Moving to End Sexual Assault (MESA) has served the community since 1972 as the only sexual violence resource center serving Boulder County, Colorado.

The Intersection of Police Brutality and Sexual Violence

We are amid a global Black Lives Matter movement, calling people into the streets to rally for transformative change. This powerful movement is calling for freedom, liberty, and justice for Black, Indigenous, and People of Color within a flawed and unjust system. This revolution has revealed the complex intersection between violence, race, and gender. Comedian, writer, political commentator, and television host Samantha Bee says it best: “Women can’t be left out of the renewed fight for racial equality.”

During an entertaining and poignant interview between Samantha Bee and Tarana Burke, founder of the MeToo movement, the two women discussed this very intersection. Tarana Burke stated, “There is a very direct connection between police brutality and sexual violence. People have to pay attention to sexual violence and the crisis of sexual violence because it really permeates every part of our culture, every part of our lives.” [1]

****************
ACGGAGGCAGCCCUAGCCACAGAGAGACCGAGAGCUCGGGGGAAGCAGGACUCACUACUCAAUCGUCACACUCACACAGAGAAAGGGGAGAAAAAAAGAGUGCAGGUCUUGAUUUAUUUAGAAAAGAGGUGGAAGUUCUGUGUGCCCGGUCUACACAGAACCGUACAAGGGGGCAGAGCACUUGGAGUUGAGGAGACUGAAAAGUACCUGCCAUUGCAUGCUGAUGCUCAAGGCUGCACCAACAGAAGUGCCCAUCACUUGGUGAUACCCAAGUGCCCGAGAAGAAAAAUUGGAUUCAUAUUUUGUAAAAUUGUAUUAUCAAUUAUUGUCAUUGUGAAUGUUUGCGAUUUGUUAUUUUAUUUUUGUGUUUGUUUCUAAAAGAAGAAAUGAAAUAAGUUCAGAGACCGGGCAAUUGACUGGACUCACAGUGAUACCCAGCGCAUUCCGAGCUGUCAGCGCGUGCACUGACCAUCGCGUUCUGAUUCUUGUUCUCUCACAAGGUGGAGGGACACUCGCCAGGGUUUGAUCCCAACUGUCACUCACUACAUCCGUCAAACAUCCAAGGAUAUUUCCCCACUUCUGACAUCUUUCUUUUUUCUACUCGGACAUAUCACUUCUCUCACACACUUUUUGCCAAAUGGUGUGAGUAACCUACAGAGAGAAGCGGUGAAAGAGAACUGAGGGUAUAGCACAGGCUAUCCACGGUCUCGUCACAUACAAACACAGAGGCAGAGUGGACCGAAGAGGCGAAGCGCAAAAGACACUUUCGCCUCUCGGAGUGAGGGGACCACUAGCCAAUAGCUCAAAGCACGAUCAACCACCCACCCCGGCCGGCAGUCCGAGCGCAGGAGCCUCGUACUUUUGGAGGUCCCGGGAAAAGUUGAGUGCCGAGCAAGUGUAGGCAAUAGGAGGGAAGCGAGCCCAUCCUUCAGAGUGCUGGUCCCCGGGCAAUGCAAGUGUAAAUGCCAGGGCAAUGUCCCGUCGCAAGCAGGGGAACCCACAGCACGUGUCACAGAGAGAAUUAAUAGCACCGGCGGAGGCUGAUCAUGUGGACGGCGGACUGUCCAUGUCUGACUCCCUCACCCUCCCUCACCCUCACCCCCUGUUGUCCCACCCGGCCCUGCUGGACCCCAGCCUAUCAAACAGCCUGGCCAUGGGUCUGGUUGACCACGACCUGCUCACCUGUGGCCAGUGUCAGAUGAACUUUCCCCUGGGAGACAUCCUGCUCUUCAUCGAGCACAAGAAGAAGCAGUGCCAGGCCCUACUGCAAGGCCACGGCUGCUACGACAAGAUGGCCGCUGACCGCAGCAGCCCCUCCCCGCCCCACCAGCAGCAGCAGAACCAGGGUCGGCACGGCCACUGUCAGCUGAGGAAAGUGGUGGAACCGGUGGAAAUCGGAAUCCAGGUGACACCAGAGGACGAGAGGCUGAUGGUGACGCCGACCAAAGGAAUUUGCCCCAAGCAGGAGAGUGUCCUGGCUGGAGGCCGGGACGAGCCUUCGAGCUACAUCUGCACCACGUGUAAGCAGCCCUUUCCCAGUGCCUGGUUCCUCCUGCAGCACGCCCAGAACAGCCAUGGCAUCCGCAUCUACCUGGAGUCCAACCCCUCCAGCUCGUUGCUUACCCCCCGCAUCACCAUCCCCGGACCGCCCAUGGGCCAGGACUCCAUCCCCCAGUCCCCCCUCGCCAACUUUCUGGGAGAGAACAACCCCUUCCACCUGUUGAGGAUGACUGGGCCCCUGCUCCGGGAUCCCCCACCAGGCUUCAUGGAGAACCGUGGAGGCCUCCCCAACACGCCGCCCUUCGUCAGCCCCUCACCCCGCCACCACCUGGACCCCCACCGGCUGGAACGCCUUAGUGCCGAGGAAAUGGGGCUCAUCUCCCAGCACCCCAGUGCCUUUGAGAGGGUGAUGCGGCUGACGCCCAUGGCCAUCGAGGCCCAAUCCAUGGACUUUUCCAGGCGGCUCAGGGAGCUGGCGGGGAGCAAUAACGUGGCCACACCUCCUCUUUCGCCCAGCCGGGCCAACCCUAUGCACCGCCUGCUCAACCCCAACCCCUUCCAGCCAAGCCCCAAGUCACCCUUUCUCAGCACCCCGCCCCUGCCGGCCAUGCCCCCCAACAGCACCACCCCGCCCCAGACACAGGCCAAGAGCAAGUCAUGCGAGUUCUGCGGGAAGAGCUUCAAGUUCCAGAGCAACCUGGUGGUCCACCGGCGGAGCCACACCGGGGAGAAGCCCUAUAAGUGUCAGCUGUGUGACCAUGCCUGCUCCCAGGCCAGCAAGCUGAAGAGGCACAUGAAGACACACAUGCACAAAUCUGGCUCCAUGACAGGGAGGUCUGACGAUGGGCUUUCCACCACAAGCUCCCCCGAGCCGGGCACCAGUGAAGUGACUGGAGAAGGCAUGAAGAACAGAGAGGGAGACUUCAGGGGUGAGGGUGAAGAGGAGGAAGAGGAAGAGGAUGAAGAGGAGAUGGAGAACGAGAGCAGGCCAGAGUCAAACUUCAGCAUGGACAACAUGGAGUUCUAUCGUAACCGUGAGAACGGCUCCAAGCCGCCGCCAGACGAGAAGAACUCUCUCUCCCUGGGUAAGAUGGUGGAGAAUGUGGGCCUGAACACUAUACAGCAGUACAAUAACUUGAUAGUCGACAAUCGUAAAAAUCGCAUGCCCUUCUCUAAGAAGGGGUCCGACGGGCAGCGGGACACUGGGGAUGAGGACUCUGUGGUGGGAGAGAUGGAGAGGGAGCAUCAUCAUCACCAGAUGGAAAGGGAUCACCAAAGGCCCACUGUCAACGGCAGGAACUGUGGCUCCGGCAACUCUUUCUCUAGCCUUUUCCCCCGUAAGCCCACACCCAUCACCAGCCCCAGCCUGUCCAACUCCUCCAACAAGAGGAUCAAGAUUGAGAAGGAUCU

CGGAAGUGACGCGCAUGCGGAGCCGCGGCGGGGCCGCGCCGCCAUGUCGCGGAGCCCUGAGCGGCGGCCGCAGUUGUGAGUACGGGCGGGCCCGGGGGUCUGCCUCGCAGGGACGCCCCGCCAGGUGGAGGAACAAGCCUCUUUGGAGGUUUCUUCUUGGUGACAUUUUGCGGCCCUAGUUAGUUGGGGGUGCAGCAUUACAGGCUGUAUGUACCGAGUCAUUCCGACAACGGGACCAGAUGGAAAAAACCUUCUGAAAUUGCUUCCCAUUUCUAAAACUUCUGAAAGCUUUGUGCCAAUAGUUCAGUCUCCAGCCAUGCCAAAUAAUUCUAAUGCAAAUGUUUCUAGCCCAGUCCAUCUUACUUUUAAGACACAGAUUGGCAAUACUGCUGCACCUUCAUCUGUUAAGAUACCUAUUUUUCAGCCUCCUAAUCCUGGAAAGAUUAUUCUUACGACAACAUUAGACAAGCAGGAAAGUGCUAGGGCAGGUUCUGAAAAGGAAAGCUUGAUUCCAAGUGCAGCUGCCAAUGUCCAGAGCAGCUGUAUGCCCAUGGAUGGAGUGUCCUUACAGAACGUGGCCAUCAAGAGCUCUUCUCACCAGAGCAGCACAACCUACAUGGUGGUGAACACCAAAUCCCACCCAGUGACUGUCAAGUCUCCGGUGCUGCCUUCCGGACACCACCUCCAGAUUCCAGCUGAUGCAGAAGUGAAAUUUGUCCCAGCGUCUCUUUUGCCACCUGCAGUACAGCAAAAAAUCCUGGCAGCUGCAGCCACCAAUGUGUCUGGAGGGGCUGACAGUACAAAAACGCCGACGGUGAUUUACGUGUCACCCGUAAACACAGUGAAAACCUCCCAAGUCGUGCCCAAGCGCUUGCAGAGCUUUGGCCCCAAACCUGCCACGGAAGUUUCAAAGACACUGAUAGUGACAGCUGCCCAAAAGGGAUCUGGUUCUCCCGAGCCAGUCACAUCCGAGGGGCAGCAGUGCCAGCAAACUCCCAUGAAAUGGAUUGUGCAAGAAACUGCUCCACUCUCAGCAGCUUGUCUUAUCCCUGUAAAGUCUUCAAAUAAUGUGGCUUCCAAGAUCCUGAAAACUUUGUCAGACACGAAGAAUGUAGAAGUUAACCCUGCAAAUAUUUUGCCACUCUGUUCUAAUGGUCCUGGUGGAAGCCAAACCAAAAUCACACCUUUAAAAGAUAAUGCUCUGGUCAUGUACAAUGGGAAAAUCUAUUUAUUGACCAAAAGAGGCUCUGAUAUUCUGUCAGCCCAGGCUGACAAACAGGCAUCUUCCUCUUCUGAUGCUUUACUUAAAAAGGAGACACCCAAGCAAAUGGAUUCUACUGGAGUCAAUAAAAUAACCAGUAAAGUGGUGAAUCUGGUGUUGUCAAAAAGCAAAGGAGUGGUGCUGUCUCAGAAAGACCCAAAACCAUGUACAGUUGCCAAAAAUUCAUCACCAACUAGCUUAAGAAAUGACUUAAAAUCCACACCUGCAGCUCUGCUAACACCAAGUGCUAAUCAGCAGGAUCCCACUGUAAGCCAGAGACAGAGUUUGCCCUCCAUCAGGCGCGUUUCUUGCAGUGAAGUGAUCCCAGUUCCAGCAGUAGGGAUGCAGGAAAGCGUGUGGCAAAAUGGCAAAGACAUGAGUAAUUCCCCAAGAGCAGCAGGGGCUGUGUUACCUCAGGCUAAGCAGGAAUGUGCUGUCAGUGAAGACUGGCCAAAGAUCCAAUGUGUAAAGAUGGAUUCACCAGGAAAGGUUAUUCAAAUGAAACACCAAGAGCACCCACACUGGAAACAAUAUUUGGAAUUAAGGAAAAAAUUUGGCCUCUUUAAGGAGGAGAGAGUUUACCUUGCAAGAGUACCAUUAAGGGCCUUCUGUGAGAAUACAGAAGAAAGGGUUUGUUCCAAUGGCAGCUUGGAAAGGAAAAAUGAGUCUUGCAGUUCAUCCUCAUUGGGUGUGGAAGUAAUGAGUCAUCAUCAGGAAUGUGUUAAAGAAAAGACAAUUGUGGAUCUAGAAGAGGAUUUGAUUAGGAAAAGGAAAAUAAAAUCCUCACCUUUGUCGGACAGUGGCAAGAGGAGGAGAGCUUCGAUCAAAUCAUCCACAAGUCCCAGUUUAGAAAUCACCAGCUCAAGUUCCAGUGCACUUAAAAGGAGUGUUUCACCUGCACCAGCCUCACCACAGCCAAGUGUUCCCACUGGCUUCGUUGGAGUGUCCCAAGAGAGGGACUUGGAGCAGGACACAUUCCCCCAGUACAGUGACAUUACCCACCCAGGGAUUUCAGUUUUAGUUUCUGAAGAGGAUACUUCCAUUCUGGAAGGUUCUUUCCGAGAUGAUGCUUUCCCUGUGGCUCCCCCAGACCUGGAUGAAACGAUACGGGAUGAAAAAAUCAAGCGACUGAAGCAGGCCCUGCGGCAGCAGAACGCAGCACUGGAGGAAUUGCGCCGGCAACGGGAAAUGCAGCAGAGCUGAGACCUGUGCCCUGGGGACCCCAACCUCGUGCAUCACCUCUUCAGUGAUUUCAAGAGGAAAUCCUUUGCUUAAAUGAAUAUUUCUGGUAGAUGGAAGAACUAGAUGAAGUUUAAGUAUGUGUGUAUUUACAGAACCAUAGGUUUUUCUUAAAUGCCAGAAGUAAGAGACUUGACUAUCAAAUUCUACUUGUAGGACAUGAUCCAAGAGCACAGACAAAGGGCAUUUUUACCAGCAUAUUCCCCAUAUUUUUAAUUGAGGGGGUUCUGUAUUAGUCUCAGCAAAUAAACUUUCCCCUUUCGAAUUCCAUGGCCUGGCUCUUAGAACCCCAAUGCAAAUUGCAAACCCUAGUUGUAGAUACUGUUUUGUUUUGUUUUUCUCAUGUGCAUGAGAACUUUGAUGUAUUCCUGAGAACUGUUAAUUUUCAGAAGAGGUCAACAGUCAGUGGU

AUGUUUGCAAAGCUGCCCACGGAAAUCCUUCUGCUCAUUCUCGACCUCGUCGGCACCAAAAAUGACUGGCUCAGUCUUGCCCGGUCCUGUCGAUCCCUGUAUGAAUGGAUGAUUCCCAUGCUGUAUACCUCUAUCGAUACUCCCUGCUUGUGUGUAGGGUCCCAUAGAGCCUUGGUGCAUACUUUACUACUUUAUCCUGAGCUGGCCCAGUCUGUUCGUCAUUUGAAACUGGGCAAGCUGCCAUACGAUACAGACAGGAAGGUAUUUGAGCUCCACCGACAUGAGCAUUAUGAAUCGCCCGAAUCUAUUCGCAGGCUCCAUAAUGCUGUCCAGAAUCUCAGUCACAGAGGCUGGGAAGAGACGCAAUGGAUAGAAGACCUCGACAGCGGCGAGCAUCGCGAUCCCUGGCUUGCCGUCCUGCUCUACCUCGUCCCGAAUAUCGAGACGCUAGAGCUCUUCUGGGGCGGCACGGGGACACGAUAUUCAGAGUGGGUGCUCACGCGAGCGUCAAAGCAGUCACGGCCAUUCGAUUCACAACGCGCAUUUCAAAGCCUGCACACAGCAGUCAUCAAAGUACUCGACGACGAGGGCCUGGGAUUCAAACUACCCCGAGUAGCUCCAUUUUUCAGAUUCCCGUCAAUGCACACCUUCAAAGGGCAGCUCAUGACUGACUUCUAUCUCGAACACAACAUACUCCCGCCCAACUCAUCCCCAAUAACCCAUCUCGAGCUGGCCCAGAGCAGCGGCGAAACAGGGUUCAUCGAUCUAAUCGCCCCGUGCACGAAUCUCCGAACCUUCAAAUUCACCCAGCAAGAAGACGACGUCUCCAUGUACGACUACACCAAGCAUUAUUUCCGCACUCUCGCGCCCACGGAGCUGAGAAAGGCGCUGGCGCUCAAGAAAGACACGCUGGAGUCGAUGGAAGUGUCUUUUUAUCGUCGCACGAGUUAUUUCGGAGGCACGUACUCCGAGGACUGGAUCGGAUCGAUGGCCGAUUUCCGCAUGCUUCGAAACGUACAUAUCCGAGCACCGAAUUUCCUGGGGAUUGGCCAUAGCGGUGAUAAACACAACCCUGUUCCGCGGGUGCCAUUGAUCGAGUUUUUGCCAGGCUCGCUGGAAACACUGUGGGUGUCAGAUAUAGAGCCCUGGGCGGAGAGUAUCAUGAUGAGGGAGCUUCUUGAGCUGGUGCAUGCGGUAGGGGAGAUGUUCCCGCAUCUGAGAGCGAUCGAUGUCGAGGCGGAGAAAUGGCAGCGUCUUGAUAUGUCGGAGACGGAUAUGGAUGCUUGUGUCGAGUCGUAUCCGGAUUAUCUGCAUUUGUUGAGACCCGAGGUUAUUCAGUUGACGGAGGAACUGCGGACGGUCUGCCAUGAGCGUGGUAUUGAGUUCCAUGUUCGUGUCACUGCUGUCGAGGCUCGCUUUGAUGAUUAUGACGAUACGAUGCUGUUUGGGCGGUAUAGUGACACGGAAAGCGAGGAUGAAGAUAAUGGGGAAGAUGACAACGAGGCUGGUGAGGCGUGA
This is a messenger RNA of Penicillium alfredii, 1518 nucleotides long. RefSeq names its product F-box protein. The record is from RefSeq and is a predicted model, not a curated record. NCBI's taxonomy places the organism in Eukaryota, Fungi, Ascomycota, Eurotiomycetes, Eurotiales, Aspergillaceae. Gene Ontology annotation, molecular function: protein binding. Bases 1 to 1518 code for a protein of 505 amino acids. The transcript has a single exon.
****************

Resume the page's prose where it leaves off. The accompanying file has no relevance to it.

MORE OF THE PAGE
The stories and statistics paint a clear picture. After the use of excessive force, sexual violence is the second most reported type of police misconduct. A study conducted in 2014[2] found that police sexual misconduct is widespread and grossly underreported, and often involves victims younger than 18. The report elucidates police sexual misconduct as a systemic problem where officers use alleged traffic violation stops to sexually harass or assault female drivers. Just recently we learned that Brett Hankinson, one of the officers involved in Breonna Taylor’s death in Louisville, KY, faced allegations of sexual violence by at least two women who said Hankinson sexually harassed and assaulted them.[3]

Black women and Black LGBTQ people are disproportionally targeted for police sexual misconduct. According to a 2013 report by the Anti-Violence Project, trans people are 3.7 times more likely to experience police violence and 7 times more likely to suffer physical violence when interacting with police.[4]

People are waking up to the reality that police departments and officers are not keeping everyone in their communities safe, sparking the massive protests taking place today. If we keep missing the intersection of race and gender[5] in the context of police misconduct, we lose the opportunity to make the widespread changes we wish to see in both racial and gender justice.







Galit Erez, MS
Office Administrator
Moving to End Sexual Assault (MESA)